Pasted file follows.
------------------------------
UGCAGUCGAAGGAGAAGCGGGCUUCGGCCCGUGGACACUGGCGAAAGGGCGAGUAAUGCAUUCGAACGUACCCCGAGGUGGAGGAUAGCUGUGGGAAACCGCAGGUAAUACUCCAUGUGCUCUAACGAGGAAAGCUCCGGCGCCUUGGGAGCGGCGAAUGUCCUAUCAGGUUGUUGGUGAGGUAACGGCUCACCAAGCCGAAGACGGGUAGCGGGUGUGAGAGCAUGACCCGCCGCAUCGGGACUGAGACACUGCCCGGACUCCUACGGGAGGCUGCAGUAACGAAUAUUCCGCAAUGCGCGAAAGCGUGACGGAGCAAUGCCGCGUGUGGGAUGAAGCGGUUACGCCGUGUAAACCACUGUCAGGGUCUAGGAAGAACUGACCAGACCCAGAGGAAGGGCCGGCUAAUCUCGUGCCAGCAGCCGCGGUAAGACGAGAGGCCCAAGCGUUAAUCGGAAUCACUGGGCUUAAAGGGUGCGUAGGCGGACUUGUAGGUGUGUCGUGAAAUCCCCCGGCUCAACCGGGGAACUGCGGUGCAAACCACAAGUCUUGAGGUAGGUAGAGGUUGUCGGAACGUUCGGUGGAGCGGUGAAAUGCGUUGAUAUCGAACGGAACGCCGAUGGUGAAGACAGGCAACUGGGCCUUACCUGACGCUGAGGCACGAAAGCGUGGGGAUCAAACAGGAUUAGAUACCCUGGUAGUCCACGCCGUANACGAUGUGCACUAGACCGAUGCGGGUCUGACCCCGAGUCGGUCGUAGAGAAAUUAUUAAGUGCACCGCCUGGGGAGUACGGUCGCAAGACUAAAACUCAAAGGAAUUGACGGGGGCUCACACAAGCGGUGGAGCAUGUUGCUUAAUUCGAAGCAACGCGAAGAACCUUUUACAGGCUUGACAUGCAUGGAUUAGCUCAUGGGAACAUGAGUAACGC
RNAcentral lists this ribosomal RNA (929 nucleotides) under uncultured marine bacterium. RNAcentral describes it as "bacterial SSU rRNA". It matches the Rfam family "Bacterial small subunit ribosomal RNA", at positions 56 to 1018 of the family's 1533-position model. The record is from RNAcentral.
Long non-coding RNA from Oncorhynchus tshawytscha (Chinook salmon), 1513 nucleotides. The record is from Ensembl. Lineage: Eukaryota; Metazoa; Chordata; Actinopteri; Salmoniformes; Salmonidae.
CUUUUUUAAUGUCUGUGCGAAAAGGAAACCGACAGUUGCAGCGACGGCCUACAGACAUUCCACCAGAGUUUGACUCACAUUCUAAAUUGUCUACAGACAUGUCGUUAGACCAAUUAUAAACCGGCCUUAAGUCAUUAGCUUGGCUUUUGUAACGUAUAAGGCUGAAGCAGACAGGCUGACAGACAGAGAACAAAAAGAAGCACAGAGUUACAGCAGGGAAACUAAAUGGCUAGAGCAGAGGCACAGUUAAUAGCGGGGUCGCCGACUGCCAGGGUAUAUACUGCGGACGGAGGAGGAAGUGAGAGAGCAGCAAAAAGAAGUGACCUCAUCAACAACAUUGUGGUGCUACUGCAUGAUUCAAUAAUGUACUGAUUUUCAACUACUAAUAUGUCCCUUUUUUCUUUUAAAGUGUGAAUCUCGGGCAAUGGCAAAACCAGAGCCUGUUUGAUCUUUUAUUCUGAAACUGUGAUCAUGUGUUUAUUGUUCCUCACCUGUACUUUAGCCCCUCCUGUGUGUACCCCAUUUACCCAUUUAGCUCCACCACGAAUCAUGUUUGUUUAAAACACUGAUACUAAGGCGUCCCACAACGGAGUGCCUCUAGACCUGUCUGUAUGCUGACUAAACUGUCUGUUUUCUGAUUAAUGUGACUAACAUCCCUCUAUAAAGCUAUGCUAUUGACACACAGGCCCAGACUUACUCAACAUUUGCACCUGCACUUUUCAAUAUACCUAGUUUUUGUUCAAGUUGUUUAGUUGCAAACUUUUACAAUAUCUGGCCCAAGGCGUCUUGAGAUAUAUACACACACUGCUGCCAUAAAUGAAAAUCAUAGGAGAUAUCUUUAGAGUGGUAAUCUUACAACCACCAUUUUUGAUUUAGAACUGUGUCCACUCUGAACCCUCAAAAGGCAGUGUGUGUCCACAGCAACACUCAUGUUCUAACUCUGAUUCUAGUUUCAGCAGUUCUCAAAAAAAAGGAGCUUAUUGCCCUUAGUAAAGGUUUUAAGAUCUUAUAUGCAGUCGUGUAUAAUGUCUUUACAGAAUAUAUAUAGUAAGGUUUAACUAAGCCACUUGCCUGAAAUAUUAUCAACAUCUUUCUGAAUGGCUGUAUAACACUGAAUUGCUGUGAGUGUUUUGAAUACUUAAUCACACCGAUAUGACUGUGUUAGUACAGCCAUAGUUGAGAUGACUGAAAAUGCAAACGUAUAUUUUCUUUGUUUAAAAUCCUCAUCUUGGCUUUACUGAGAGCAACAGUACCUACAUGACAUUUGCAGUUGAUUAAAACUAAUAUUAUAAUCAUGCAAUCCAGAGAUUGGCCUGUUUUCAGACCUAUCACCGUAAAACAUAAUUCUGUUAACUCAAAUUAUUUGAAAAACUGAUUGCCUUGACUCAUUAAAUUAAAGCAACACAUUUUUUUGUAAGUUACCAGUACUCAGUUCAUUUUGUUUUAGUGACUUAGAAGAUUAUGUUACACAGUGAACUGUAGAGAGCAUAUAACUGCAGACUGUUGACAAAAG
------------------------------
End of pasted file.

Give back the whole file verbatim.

UGCAGUCGAAGGAGAAGCGGGCUUCGGCCCGUGGACACUGGCGAAAGGGCGAGUAAUGCAUUCGAACGUACCCCGAGGUGGAGGAUAGCUGUGGGAAACCGCAGGUAAUACUCCAUGUGCUCUAACGAGGAAAGCUCCGGCGCCUUGGGAGCGGCGAAUGUCCUAUCAGGUUGUUGGUGAGGUAACGGCUCACCAAGCCGAAGACGGGUAGCGGGUGUGAGAGCAUGACCCGCCGCAUCGGGACUGAGACACUGCCCGGACUCCUACGGGAGGCUGCAGUAACGAAUAUUCCGCAAUGCGCGAAAGCGUGACGGAGCAAUGCCGCGUGUGGGAUGAAGCGGUUACGCCGUGUAAACCACUGUCAGGGUCUAGGAAGAACUGACCAGACCCAGAGGAAGGGCCGGCUAAUCUCGUGCCAGCAGCCGCGGUAAGACGAGAGGCCCAAGCGUUAAUCGGAAUCACUGGGCUUAAAGGGUGCGUAGGCGGACUUGUAGGUGUGUCGUGAAAUCCCCCGGCUCAACCGGGGAACUGCGGUGCAAACCACAAGUCUUGAGGUAGGUAGAGGUUGUCGGAACGUUCGGUGGAGCGGUGAAAUGCGUUGAUAUCGAACGGAACGCCGAUGGUGAAGACAGGCAACUGGGCCUUACCUGACGCUGAGGCACGAAAGCGUGGGGAUCAAACAGGAUUAGAUACCCUGGUAGUCCACGCCGUANACGAUGUGCACUAGACCGAUGCGGGUCUGACCCCGAGUCGGUCGUAGAGAAAUUAUUAAGUGCACCGCCUGGGGAGUACGGUCGCAAGACUAAAACUCAAAGGAAUUGACGGGGGCUCACACAAGCGGUGGAGCAUGUUGCUUAAUUCGAAGCAACGCGAAGAACCUUUUACAGGCUUGACAUGCAUGGAUUAGCUCAUGGGAACAUGAGUAACGC
RNAcentral lists this ribosomal RNA (929 nucleotides) under uncultured marine bacterium. RNAcentral describes it as "bacterial SSU rRNA". It matches the Rfam family "Bacterial small subunit ribosomal RNA", at positions 56 to 1018 of the family's 1533-position model. The record is from RNAcentral.
Long non-coding RNA from Oncorhynchus tshawytscha (Chinook salmon), 1513 nucleotides. The record is from Ensembl. Lineage: Eukaryota; Metazoa; Chordata; Actinopteri; Salmoniformes; Salmonidae.
CUUUUUUAAUGUCUGUGCGAAAAGGAAACCGACAGUUGCAGCGACGGCCUACAGACAUUCCACCAGAGUUUGACUCACAUUCUAAAUUGUCUACAGACAUGUCGUUAGACCAAUUAUAAACCGGCCUUAAGUCAUUAGCUUGGCUUUUGUAACGUAUAAGGCUGAAGCAGACAGGCUGACAGACAGAGAACAAAAAGAAGCACAGAGUUACAGCAGGGAAACUAAAUGGCUAGAGCAGAGGCACAGUUAAUAGCGGGGUCGCCGACUGCCAGGGUAUAUACUGCGGACGGAGGAGGAAGUGAGAGAGCAGCAAAAAGAAGUGACCUCAUCAACAACAUUGUGGUGCUACUGCAUGAUUCAAUAAUGUACUGAUUUUCAACUACUAAUAUGUCCCUUUUUUCUUUUAAAGUGUGAAUCUCGGGCAAUGGCAAAACCAGAGCCUGUUUGAUCUUUUAUUCUGAAACUGUGAUCAUGUGUUUAUUGUUCCUCACCUGUACUUUAGCCCCUCCUGUGUGUACCCCAUUUACCCAUUUAGCUCCACCACGAAUCAUGUUUGUUUAAAACACUGAUACUAAGGCGUCCCACAACGGAGUGCCUCUAGACCUGUCUGUAUGCUGACUAAACUGUCUGUUUUCUGAUUAAUGUGACUAACAUCCCUCUAUAAAGCUAUGCUAUUGACACACAGGCCCAGACUUACUCAACAUUUGCACCUGCACUUUUCAAUAUACCUAGUUUUUGUUCAAGUUGUUUAGUUGCAAACUUUUACAAUAUCUGGCCCAAGGCGUCUUGAGAUAUAUACACACACUGCUGCCAUAAAUGAAAAUCAUAGGAGAUAUCUUUAGAGUGGUAAUCUUACAACCACCAUUUUUGAUUUAGAACUGUGUCCACUCUGAACCCUCAAAAGGCAGUGUGUGUCCACAGCAACACUCAUGUUCUAACUCUGAUUCUAGUUUCAGCAGUUCUCAAAAAAAAGGAGCUUAUUGCCCUUAGUAAAGGUUUUAAGAUCUUAUAUGCAGUCGUGUAUAAUGUCUUUACAGAAUAUAUAUAGUAAGGUUUAACUAAGCCACUUGCCUGAAAUAUUAUCAACAUCUUUCUGAAUGGCUGUAUAACACUGAAUUGCUGUGAGUGUUUUGAAUACUUAAUCACACCGAUAUGACUGUGUUAGUACAGCCAUAGUUGAGAUGACUGAAAAUGCAAACGUAUAUUUUCUUUGUUUAAAAUCCUCAUCUUGGCUUUACUGAGAGCAACAGUACCUACAUGACAUUUGCAGUUGAUUAAAACUAAUAUUAUAAUCAUGCAAUCCAGAGAUUGGCCUGUUUUCAGACCUAUCACCGUAAAACAUAAUUCUGUUAACUCAAAUUAUUUGAAAAACUGAUUGCCUUGACUCAUUAAAUUAAAGCAACACAUUUUUUUGUAAGUUACCAGUACUCAGUUCAUUUUGUUUUAGUGACUUAGAAGAUUAUGUUACACAGUGAACUGUAGAGAGCAUAUAACUGCAGACUGUUGACAAAAG